Funeral Culture

AIDS, Work, and Culture Change in an African Kingdom

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Casey Golomski
  • Bloomington, IN: 
    Indiana University Press
    , June
     272 pages.
     For other formats: Link to Publisher's Website.
Review coming soon!

Review by Genevieve Nrenzah forthcoming.


Contemporary forms of living and dying in Swaziland cannot be understood apart from the global HIV/AIDS pandemic, according to anthropologist Casey Golomski. In Africa’s last absolute monarchy, the story of 15 years of global collaboration in treatment and intervention is also one of ordinary people facing the work of caring for the sick and dying and burying the dead. Golomski’s ethnography shows how AIDS posed challenging questions about the value of life, culture, and materiality to drive new forms and practices for funerals. Many of these forms and practices―newly catered funeral feasts, an expanded market for life insurance, and the kingdom’s first crematorium―are now conspicuous across the landscape and culturally disruptive in a highly traditionalist setting. This powerful and original account details how these new matters of death, dying, and funerals have become entrenched in peoples’ everyday lives and become part of a quest to create dignity in the wake of a devastating epidemic.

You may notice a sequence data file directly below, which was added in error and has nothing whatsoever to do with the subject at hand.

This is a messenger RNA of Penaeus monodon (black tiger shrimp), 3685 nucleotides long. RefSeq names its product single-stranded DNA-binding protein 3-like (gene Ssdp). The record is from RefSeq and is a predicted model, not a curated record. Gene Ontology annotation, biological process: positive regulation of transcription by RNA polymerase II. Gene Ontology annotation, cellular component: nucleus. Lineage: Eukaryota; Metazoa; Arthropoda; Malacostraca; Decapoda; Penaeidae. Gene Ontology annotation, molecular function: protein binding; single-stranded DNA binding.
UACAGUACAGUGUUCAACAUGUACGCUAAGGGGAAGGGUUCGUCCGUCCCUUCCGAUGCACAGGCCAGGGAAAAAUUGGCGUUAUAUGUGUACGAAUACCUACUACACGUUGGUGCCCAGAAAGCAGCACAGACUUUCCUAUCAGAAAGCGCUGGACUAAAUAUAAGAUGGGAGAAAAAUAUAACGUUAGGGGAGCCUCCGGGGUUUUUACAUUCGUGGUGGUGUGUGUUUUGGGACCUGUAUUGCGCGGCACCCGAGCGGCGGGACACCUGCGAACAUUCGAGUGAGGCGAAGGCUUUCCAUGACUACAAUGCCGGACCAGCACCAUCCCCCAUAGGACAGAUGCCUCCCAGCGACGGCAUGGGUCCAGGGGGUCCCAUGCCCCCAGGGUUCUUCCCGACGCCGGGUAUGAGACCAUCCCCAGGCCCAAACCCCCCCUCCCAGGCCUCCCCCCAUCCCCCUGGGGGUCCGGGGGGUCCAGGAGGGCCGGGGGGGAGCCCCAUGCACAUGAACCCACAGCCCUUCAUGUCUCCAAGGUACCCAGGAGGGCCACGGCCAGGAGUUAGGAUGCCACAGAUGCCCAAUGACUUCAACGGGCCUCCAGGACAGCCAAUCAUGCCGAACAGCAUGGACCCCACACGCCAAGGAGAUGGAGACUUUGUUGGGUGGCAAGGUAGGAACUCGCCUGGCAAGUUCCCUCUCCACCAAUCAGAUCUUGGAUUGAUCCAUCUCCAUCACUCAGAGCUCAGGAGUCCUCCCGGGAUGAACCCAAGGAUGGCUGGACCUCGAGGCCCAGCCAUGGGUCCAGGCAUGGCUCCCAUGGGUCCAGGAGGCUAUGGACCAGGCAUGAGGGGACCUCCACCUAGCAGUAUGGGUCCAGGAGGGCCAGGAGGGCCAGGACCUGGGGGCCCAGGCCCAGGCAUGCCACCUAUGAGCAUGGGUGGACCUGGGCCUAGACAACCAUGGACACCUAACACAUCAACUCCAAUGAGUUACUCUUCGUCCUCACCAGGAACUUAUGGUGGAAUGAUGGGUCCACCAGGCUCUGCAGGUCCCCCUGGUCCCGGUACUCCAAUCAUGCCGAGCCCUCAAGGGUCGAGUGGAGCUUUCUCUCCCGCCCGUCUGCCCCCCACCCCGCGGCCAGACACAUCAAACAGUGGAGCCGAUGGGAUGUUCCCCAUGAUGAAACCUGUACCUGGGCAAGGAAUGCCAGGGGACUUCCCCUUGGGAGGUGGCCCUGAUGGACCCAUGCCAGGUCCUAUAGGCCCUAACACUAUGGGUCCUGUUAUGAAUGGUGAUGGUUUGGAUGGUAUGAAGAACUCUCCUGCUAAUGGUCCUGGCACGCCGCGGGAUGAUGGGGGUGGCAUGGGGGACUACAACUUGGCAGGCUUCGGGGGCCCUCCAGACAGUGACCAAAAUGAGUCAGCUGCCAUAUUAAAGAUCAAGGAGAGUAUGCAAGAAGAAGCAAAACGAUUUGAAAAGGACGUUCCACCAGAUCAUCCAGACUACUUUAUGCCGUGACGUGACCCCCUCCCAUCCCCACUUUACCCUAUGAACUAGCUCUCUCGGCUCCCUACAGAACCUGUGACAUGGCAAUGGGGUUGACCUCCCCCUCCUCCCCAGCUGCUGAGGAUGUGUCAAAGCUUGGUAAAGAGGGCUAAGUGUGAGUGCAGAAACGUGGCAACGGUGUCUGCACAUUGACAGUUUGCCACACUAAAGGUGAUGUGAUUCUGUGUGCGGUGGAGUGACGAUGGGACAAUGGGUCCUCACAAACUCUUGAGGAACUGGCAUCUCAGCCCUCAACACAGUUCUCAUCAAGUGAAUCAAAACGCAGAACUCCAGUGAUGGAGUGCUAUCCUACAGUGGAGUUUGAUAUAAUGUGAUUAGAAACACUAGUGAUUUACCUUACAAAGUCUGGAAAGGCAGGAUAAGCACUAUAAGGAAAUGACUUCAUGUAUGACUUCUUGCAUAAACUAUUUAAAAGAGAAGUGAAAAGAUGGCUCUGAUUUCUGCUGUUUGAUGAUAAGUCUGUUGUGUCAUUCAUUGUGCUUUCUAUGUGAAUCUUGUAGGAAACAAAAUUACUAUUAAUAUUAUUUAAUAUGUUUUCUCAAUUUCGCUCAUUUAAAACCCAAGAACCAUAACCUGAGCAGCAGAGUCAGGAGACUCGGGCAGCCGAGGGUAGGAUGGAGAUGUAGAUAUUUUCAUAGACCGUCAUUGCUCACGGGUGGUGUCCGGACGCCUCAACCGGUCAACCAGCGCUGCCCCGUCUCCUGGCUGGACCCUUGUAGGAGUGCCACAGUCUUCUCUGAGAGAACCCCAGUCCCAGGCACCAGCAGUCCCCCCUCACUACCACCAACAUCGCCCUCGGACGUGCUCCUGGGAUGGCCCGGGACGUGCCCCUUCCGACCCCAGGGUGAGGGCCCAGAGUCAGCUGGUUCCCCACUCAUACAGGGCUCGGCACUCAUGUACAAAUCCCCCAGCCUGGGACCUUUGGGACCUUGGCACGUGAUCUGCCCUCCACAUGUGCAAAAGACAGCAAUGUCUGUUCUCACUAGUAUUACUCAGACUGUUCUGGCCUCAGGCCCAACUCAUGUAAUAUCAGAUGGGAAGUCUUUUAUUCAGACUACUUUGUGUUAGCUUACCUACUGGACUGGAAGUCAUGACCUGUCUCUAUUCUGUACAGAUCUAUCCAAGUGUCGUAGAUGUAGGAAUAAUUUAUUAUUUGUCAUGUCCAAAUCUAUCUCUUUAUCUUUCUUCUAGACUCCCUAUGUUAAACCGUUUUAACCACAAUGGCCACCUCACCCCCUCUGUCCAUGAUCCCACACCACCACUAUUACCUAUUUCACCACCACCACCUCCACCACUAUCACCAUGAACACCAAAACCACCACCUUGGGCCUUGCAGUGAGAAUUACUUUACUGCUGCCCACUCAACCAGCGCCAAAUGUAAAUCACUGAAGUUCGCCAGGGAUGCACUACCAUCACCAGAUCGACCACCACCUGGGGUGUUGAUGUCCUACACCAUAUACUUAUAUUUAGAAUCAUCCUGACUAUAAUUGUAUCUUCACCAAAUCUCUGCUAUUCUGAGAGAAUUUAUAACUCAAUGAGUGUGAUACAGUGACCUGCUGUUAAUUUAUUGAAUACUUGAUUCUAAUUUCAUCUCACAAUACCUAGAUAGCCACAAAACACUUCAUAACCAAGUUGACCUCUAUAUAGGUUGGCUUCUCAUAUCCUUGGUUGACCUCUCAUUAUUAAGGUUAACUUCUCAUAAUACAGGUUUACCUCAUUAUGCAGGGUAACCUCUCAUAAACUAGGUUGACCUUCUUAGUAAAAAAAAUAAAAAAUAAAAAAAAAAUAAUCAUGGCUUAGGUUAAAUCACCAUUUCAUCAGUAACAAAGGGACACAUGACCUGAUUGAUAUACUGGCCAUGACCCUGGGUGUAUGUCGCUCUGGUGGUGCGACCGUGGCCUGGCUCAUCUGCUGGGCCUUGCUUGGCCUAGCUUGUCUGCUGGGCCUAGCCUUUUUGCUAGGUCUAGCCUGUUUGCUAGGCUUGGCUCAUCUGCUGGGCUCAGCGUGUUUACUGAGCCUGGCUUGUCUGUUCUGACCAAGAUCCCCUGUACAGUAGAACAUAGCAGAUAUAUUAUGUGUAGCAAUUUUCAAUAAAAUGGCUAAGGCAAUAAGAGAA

About the Author(s)/Editor(s)/Translator(s): 

Casey Golomski is Assistant Professor of Anthropology at the University of New Hampshire. His work has appeared in journals such as Material Religion; Social Dynamics; Culture, Health, and Sexuality; and American Ethnologist.

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